Peter Beinart is a Jewish-American lecturer, author and journalist whose essay "The Failure of the American Jewish establishment," published in the June issue of the New York Review of Books, has raised a storm among the American Jewish establishment. In the article, Beinart accuses that establishment of sacrificing its liberal values in favor of support for Israel at any price, a strategy that his led it to lose the support of the younger generation of liberal American Jews.

Peter Beinart, are young American liberal Jews ashamed of Israel?

"I don't think I've come across people who are ashamed of Israel. ... I am proud of the state of Israel. It is a democracy; it has in some ways a more vibrant culture of criticism than the U.S. ... And we are not threatened as much, but I'd say precisely because I feel proud because of these things that I think American Jews should defend them when they are threatened.

"And it seems to me that there is a struggle in Israel between people who have liberal democratic values and believe that it's important to criticize and that the rights of the Arab Israelis should be protected and those who don't."

It seems that the mainstream Jewish organizations didn't like your essay.

"The American Jewish organizations don't just say that they love Israel because it's a Jewish state. If you look at their websites, what they say is that they love Israel because it shares certain values that they believe are Jewish values and American values - free speech, human rights, the search for peace and all these things.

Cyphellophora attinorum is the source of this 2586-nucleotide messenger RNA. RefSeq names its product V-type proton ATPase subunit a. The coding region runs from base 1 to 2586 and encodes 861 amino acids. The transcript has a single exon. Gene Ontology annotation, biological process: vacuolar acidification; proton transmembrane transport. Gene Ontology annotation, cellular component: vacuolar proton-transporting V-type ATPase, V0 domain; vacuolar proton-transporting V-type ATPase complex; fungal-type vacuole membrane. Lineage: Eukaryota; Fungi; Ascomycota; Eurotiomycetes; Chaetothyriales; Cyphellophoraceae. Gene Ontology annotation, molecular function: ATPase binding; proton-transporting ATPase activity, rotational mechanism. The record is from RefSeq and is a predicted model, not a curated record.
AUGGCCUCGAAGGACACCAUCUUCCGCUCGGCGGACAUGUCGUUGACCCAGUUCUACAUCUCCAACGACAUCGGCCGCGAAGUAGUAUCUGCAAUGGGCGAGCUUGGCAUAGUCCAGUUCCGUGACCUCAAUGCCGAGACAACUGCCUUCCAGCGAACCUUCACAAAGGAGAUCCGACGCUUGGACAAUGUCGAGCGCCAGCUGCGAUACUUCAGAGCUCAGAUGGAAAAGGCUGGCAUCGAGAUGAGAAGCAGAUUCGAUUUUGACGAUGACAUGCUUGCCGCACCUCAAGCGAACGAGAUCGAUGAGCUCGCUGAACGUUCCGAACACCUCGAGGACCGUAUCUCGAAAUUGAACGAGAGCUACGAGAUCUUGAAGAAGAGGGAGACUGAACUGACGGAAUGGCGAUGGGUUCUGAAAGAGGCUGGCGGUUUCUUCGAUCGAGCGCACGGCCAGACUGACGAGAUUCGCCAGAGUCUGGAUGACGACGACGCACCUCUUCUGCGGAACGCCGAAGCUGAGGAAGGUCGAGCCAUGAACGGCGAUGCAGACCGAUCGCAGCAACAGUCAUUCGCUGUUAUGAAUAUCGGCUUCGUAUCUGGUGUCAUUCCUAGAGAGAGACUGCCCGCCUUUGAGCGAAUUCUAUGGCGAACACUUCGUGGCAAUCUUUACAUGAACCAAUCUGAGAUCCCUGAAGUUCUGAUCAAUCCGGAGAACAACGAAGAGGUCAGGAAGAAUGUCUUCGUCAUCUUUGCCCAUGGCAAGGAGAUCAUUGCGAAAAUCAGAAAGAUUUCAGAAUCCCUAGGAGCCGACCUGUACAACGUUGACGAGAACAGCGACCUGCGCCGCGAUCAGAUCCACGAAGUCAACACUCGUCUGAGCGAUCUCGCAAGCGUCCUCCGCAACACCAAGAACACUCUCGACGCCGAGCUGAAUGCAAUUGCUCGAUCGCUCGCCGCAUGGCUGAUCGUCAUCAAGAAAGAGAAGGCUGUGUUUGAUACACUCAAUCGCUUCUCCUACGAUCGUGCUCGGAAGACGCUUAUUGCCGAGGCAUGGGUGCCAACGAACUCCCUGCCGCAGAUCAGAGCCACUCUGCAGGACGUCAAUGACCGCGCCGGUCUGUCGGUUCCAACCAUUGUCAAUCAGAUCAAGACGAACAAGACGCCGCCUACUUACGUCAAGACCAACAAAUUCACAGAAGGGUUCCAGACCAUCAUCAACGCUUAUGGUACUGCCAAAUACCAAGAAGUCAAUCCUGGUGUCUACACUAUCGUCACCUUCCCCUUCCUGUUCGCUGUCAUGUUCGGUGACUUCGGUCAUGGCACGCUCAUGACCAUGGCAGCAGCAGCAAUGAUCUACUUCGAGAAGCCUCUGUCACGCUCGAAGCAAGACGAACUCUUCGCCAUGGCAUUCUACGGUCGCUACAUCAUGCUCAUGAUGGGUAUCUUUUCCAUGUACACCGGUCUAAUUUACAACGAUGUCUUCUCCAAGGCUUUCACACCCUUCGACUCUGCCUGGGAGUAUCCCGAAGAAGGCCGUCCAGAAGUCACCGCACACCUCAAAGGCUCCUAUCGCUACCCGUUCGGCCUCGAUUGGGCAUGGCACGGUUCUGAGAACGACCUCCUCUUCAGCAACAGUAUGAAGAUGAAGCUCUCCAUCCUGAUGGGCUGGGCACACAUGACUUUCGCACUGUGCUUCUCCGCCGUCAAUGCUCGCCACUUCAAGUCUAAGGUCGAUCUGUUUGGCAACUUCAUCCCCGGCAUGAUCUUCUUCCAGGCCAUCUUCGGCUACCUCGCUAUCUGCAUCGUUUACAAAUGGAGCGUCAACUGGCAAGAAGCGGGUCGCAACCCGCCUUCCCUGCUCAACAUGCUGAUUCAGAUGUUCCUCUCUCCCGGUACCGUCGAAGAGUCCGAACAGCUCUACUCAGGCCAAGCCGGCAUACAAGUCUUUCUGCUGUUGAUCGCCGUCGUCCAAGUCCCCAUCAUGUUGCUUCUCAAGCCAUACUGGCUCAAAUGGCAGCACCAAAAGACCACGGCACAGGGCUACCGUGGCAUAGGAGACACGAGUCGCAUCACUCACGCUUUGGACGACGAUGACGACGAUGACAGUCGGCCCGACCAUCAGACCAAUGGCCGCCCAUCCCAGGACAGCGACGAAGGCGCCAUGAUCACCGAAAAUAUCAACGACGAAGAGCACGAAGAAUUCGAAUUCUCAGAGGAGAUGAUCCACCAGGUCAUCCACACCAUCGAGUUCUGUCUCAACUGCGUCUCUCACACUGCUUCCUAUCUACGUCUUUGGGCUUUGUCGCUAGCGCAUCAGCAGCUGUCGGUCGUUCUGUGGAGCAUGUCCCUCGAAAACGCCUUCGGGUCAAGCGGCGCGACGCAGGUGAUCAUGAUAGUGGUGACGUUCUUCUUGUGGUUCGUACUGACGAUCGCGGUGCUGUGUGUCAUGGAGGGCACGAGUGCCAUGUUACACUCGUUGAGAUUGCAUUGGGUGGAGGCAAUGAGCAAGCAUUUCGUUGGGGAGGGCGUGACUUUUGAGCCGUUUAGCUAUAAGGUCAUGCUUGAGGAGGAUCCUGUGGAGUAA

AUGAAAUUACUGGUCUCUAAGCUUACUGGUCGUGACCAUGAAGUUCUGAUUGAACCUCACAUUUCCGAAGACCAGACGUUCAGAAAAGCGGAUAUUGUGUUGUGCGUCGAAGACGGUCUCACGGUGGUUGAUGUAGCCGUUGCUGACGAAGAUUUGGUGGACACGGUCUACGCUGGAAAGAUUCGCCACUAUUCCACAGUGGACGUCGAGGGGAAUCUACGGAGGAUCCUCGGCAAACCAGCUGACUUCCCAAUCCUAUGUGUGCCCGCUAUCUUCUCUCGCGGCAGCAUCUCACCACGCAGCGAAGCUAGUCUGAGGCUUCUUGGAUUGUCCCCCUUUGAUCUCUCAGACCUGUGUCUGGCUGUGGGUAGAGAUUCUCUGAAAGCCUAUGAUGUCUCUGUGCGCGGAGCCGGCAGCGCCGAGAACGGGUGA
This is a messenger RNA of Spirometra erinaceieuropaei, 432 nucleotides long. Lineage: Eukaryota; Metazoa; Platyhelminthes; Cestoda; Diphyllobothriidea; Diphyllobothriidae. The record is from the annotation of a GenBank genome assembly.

"So my article said that if you believe that, then you have to be willing to be critical when you think that the Israeli government is doing things that are not consistent with those values."

But you're wrote they love a state that no longer exists.

"It seems to me [you have] on the one hand a very good development, a liberal trend. On the other hand you have this very illiberal trend. I think there are a lot of good things in Israel, but I want American Jews to ally themselves with what I think are the liberal forces in Israel, against the illiberal forces. Just as they try to do when the Anti-Defamation League fights against the law in Arizona, I would say that if those are your values in Arizona, then you have to think about what your values are in Israel. They should be the same values."

Do we look that bad from outside?

"I was thinking mostly about trying to describe reality that exists in the Jewish American community among the younger Jews that maybe Israel is not aware of and maybe even the organized Jewish American leaders are not aware of. Which is they might not know all the details, but a series of things happened that led many young American Jews to be disturbed by Israeli policy, and I think particularly intense was the election of [Prime Minister Benjamin] Netanyahu and the rise of Avigdor Lieberman."

Isn't there a bit of obsession with Israel that doesn't necessarily benefit it?